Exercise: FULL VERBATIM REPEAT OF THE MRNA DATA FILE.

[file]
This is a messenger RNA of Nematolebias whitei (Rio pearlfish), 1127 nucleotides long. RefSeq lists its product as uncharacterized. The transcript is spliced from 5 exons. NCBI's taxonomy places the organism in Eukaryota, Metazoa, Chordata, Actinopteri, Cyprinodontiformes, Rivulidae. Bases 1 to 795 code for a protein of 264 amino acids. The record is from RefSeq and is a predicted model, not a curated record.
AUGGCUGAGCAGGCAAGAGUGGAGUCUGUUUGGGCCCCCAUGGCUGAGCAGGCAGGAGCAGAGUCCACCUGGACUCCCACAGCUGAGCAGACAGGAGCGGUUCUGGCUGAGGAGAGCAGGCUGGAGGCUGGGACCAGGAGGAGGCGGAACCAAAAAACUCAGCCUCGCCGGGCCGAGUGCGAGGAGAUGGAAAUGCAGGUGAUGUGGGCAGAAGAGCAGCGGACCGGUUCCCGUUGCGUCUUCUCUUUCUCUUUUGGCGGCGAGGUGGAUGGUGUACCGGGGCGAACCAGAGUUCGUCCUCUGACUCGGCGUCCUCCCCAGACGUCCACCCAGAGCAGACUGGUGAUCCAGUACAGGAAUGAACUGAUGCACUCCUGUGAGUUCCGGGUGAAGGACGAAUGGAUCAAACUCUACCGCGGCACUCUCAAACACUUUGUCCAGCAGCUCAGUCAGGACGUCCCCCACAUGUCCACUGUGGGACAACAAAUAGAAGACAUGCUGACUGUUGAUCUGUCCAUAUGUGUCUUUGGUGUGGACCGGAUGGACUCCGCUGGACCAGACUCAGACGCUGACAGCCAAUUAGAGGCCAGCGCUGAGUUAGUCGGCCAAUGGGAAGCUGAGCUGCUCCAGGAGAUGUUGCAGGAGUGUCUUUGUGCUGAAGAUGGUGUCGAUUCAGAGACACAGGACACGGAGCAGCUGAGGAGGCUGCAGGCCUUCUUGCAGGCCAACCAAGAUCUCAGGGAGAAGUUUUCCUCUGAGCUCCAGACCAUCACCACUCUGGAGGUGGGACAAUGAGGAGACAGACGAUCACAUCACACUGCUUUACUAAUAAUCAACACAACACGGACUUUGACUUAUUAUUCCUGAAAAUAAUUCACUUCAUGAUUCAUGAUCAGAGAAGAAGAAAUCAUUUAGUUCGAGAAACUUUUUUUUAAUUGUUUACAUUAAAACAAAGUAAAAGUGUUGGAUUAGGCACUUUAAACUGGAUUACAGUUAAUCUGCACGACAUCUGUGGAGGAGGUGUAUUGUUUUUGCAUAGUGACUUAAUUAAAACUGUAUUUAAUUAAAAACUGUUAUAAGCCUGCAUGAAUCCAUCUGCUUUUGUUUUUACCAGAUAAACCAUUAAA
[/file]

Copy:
This is a messenger RNA of Nematolebias whitei (Rio pearlfish), 1127 nucleotides long. RefSeq lists its product as uncharacterized. The transcript is spliced from 5 exons. NCBI's taxonomy places the organism in Eukaryota, Metazoa, Chordata, Actinopteri, Cyprinodontiformes, Rivulidae. Bases 1 to 795 code for a protein of 264 amino acids. The record is from RefSeq and is a predicted model, not a curated record.
AUGGCUGAGCAGGCAAGAGUGGAGUCUGUUUGGGCCCCCAUGGCUGAGCAGGCAGGAGCAGAGUCCACCUGGACUCCCACAGCUGAGCAGACAGGAGCGGUUCUGGCUGAGGAGAGCAGGCUGGAGGCUGGGACCAGGAGGAGGCGGAACCAAAAAACUCAGCCUCGCCGGGCCGAGUGCGAGGAGAUGGAAAUGCAGGUGAUGUGGGCAGAAGAGCAGCGGACCGGUUCCCGUUGCGUCUUCUCUUUCUCUUUUGGCGGCGAGGUGGAUGGUGUACCGGGGCGAACCAGAGUUCGUCCUCUGACUCGGCGUCCUCCCCAGACGUCCACCCAGAGCAGACUGGUGAUCCAGUACAGGAAUGAACUGAUGCACUCCUGUGAGUUCCGGGUGAAGGACGAAUGGAUCAAACUCUACCGCGGCACUCUCAAACACUUUGUCCAGCAGCUCAGUCAGGACGUCCCCCACAUGUCCACUGUGGGACAACAAAUAGAAGACAUGCUGACUGUUGAUCUGUCCAUAUGUGUCUUUGGUGUGGACCGGAUGGACUCCGCUGGACCAGACUCAGACGCUGACAGCCAAUUAGAGGCCAGCGCUGAGUUAGUCGGCCAAUGGGAAGCUGAGCUGCUCCAGGAGAUGUUGCAGGAGUGUCUUUGUGCUGAAGAUGGUGUCGAUUCAGAGACACAGGACACGGAGCAGCUGAGGAGGCUGCAGGCCUUCUUGCAGGCCAACCAAGAUCUCAGGGAGAAGUUUUCCUCUGAGCUCCAGACCAUCACCACUCUGGAGGUGGGACAAUGAGGAGACAGACGAUCACAUCACACUGCUUUACUAAUAAUCAACACAACACGGACUUUGACUUAUUAUUCCUGAAAAUAAUUCACUUCAUGAUUCAUGAUCAGAGAAGAAGAAAUCAUUUAGUUCGAGAAACUUUUUUUUAAUUGUUUACAUUAAAACAAAGUAAAAGUGUUGGAUUAGGCACUUUAAACUGGAUUACAGUUAAUCUGCACGACAUCUGUGGAGGAGGUGUAUUGUUUUUGCAUAGUGACUUAAUUAAAACUGUAUUUAAUUAAAAACUGUUAUAAGCCUGCAUGAAUCCAUCUGCUUUUGUUUUUACCAGAUAAACCAUUAAA